Jason Wheeler Ph.D. | R&D Staff Member; Robotics and Counter-Robotics, Sandia National Laboratories
Abstract: Musculoskeletal biomechanics research has provided numerous important insights into human movement that inform the design of assistive devices. These devices have the potential to retore or rehabilitate lost function, augment performance, and reduce injury risk to individuals in physically demanding jobs. This talk will describe research and development of wearable devices at Sandia National Laboratories, including wearable haptics for motion feedback, smart prosthetic sockets, and wearable robotic devices aimed at injury prevention and performance augmentation. Sandia has several active robotics programs and is working to further grow our team and capabilities.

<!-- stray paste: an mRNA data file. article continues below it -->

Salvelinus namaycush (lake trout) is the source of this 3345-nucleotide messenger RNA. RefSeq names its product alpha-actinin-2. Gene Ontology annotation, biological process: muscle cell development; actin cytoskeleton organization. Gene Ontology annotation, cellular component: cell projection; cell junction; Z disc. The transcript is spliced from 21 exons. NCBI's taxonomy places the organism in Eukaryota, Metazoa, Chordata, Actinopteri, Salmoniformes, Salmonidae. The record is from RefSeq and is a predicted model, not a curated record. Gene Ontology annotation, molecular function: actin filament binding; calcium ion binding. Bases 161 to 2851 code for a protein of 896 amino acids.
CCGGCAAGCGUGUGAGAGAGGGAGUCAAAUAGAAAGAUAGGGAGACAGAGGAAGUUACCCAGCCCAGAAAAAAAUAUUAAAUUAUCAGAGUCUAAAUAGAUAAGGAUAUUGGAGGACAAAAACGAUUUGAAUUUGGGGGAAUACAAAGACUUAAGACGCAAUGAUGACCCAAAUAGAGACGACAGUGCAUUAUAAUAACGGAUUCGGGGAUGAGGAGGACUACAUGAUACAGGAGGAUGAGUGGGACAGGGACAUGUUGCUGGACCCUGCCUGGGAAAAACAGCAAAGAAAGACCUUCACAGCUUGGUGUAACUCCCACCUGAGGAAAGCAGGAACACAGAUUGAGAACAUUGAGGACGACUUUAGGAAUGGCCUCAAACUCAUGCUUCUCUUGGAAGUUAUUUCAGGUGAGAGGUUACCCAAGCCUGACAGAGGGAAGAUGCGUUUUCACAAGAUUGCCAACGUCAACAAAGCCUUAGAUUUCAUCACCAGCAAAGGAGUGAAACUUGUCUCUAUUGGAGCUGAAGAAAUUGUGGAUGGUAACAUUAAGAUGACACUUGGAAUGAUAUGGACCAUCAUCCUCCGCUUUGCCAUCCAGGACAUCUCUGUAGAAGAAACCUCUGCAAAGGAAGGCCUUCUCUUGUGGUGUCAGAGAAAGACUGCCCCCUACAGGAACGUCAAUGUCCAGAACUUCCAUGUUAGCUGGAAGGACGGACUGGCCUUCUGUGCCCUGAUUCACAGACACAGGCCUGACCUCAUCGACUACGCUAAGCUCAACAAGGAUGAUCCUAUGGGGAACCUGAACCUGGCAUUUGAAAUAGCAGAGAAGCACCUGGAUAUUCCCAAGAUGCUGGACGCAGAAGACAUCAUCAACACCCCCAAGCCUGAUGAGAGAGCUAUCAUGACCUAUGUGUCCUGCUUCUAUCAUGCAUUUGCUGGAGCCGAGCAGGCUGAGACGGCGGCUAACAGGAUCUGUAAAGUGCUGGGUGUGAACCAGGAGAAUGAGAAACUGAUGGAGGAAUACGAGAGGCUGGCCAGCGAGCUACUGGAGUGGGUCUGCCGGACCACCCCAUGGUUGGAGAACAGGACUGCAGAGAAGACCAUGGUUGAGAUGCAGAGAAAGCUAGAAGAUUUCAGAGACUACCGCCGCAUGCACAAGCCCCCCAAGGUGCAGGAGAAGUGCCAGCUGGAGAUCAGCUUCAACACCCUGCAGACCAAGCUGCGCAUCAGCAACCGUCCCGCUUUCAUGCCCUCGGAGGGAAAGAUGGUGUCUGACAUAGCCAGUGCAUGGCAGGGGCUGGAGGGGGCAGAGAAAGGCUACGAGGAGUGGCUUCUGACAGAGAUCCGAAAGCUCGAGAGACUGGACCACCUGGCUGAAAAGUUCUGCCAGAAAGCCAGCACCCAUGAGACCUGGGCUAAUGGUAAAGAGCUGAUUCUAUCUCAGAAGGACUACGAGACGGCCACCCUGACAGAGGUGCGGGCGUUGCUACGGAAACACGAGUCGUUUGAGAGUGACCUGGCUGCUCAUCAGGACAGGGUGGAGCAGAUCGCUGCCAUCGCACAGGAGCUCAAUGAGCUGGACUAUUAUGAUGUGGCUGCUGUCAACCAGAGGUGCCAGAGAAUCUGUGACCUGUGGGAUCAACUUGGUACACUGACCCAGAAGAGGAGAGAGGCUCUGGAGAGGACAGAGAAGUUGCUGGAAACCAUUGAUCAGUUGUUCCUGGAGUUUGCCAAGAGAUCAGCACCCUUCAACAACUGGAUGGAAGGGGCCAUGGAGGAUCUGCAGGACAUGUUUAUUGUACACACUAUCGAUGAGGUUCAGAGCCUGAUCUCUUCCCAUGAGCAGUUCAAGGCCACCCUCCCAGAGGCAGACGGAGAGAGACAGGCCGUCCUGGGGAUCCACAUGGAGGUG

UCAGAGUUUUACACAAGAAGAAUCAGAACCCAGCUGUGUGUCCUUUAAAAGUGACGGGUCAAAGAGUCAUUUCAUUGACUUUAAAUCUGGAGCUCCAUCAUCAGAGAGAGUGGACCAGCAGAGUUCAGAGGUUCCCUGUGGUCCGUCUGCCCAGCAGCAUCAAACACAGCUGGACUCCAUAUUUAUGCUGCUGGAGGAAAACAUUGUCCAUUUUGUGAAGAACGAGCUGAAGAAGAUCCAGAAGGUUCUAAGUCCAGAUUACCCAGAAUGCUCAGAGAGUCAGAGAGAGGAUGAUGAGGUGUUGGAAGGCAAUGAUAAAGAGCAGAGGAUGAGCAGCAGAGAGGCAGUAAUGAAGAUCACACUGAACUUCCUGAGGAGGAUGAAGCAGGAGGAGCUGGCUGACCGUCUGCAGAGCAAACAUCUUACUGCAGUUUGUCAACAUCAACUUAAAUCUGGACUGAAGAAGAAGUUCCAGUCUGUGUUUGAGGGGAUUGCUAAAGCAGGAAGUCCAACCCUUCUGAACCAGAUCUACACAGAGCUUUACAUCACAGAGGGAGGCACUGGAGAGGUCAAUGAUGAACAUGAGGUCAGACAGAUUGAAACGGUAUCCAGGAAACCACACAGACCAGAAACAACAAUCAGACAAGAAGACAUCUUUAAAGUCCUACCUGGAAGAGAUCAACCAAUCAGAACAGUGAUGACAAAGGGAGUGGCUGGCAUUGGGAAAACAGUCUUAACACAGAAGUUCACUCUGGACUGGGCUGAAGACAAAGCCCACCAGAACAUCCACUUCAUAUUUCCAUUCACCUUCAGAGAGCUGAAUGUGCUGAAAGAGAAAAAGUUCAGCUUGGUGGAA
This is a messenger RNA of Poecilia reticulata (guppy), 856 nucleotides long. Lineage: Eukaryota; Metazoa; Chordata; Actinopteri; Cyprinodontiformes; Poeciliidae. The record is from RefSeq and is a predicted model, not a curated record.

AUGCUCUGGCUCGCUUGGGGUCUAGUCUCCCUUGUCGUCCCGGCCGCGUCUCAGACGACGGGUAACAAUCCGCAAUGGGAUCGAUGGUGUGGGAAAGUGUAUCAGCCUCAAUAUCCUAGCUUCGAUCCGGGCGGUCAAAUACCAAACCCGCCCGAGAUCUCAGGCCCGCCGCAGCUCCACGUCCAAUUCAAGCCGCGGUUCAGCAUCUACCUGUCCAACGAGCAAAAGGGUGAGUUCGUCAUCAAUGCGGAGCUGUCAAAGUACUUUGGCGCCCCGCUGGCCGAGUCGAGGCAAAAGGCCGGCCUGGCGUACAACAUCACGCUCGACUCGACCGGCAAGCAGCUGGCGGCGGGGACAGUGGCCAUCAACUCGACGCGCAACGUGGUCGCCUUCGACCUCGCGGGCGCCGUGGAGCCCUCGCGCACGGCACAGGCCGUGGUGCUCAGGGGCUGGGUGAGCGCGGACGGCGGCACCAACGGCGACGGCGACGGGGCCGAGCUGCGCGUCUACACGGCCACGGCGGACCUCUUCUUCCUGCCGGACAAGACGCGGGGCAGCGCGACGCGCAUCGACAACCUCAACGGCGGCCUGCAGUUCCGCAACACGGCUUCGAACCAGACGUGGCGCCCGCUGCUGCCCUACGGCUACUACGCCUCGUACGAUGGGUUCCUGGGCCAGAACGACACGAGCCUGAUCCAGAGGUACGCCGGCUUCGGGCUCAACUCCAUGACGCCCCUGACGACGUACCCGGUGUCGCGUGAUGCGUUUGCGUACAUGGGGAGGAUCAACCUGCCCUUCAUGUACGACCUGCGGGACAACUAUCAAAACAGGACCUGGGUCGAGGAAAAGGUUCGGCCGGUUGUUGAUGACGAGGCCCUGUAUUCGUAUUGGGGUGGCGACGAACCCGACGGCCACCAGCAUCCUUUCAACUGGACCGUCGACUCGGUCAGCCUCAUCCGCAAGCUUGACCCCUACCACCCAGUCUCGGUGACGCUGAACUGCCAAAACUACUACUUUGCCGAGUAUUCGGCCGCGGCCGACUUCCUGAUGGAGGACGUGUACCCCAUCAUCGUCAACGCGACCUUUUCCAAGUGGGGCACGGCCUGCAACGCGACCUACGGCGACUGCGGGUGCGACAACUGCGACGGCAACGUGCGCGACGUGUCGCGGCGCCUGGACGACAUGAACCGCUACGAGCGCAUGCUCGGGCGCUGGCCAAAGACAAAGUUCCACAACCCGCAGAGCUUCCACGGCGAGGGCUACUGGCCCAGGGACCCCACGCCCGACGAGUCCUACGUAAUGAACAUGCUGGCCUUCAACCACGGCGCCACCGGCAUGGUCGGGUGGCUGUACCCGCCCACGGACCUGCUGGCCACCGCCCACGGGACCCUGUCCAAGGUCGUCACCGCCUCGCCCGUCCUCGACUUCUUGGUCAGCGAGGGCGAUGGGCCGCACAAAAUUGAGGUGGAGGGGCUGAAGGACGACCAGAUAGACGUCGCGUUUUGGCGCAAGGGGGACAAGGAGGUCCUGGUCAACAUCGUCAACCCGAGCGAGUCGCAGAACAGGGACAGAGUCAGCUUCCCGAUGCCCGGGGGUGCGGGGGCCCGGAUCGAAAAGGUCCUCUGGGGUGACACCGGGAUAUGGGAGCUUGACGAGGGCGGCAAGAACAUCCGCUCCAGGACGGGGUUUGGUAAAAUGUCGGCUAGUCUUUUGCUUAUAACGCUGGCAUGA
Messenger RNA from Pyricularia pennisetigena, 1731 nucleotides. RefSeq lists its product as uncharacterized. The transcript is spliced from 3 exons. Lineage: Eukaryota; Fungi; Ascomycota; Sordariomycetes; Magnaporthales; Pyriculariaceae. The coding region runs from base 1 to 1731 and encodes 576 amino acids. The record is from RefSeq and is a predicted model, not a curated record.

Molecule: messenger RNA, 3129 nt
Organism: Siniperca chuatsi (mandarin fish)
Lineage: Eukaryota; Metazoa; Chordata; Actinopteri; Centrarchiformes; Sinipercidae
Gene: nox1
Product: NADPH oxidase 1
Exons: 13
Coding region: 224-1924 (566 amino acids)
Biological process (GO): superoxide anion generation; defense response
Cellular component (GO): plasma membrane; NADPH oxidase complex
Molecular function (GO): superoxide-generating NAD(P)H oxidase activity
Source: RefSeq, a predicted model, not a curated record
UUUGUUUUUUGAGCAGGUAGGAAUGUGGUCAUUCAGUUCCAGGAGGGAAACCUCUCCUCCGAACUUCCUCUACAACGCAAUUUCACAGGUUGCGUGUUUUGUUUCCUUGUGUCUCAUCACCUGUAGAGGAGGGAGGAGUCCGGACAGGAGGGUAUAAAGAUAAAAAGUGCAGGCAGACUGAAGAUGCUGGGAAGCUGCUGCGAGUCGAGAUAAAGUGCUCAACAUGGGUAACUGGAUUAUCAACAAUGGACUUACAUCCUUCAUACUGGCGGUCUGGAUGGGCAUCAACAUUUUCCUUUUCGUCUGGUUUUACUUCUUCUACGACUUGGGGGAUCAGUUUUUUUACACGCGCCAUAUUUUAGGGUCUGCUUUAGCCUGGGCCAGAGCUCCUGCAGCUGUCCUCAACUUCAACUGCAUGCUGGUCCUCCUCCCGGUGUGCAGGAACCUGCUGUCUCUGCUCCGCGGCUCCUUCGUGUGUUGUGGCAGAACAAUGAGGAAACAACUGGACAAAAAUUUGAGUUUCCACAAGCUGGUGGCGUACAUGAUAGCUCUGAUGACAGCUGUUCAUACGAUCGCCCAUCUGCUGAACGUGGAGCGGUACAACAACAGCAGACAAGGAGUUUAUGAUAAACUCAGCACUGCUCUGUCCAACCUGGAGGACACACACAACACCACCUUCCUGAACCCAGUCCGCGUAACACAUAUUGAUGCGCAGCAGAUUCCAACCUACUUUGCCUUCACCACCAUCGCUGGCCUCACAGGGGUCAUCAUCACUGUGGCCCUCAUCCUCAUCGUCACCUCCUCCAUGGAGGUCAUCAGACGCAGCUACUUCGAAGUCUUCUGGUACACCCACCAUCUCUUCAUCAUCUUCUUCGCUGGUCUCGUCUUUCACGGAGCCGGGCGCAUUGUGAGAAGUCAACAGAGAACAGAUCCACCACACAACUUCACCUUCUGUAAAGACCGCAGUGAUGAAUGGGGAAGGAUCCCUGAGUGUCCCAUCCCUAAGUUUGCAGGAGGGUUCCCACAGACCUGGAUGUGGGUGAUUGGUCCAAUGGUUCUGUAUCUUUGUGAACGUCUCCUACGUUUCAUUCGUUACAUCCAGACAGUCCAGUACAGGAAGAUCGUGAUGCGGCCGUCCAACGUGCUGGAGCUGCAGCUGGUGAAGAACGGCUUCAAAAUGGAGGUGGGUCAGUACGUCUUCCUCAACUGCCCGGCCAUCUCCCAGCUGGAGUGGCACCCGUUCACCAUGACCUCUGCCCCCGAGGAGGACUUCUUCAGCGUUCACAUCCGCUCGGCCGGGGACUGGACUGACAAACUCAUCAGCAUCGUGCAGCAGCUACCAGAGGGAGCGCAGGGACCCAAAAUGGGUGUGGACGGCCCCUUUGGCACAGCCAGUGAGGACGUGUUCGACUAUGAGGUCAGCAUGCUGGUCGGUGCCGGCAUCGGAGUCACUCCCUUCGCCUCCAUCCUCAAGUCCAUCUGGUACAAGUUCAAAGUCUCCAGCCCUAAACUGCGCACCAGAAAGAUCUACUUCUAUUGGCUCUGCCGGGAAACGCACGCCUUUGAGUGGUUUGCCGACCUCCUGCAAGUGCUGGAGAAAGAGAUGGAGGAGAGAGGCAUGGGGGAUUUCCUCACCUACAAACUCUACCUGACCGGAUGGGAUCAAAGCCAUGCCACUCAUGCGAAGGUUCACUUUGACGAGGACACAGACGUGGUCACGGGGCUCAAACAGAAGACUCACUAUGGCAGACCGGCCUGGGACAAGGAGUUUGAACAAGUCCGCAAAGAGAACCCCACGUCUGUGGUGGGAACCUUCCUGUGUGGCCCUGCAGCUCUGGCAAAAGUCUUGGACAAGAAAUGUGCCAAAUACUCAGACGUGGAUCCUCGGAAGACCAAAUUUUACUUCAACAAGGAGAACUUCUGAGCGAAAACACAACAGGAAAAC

Bio: Jason Wheeler is a Distinguished R&D Staff Member in the Robotics and Counter-Robotics R&D Department at Sandia National Laboratories. His primary research interests lie in wearable robotics and musculoskeletal biomechanics, though he works in many related and unrelated fields, including robotic design and controls, haptics, and electron microscopy. He received an MS in mechanical engineering from MIT and a Ph.D. from Stanford University. He has or is currently leading several programs at Sandia for the Departments of Energy and Defense and is the author of several publications and patents.